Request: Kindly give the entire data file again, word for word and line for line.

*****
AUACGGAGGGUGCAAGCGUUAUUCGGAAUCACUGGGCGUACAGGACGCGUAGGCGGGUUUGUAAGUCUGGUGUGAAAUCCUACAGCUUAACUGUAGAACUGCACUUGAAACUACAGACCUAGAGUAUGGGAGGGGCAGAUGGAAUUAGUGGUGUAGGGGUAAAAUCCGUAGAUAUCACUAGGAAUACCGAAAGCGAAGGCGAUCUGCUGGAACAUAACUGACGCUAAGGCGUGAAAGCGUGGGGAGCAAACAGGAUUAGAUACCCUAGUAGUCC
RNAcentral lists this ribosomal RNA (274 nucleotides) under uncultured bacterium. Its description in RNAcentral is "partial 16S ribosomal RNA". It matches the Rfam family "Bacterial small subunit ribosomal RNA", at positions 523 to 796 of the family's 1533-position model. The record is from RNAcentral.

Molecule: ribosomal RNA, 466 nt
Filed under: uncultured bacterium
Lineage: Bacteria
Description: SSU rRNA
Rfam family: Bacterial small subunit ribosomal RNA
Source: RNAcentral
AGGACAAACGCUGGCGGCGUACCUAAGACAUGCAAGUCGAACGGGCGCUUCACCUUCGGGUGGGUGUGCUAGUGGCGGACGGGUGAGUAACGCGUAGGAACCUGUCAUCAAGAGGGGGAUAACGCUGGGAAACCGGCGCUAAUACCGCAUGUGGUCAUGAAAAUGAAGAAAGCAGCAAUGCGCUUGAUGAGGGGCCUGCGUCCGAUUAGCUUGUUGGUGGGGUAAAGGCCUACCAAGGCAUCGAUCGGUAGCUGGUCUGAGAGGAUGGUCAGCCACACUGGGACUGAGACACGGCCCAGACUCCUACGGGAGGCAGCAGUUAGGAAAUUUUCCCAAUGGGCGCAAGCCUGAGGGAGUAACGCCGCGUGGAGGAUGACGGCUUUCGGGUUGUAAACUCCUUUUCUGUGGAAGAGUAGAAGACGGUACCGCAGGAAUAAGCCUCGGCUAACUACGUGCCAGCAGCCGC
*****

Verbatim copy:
AUACGGAGGGUGCAAGCGUUAUUCGGAAUCACUGGGCGUACAGGACGCGUAGGCGGGUUUGUAAGUCUGGUGUGAAAUCCUACAGCUUAACUGUAGAACUGCACUUGAAACUACAGACCUAGAGUAUGGGAGGGGCAGAUGGAAUUAGUGGUGUAGGGGUAAAAUCCGUAGAUAUCACUAGGAAUACCGAAAGCGAAGGCGAUCUGCUGGAACAUAACUGACGCUAAGGCGUGAAAGCGUGGGGAGCAAACAGGAUUAGAUACCCUAGUAGUCC
RNAcentral lists this ribosomal RNA (274 nucleotides) under uncultured bacterium. Its description in RNAcentral is "partial 16S ribosomal RNA". It matches the Rfam family "Bacterial small subunit ribosomal RNA", at positions 523 to 796 of the family's 1533-position model. The record is from RNAcentral.

Molecule: ribosomal RNA, 466 nt
Filed under: uncultured bacterium
Lineage: Bacteria
Description: SSU rRNA
Rfam family: Bacterial small subunit ribosomal RNA
Source: RNAcentral
AGGACAAACGCUGGCGGCGUACCUAAGACAUGCAAGUCGAACGGGCGCUUCACCUUCGGGUGGGUGUGCUAGUGGCGGACGGGUGAGUAACGCGUAGGAACCUGUCAUCAAGAGGGGGAUAACGCUGGGAAACCGGCGCUAAUACCGCAUGUGGUCAUGAAAAUGAAGAAAGCAGCAAUGCGCUUGAUGAGGGGCCUGCGUCCGAUUAGCUUGUUGGUGGGGUAAAGGCCUACCAAGGCAUCGAUCGGUAGCUGGUCUGAGAGGAUGGUCAGCCACACUGGGACUGAGACACGGCCCAGACUCCUACGGGAGGCAGCAGUUAGGAAAUUUUCCCAAUGGGCGCAAGCCUGAGGGAGUAACGCCGCGUGGAGGAUGACGGCUUUCGGGUUGUAAACUCCUUUUCUGUGGAAGAGUAGAAGACGGUACCGCAGGAAUAAGCCUCGGCUAACUACGUGCCAGCAGCCGC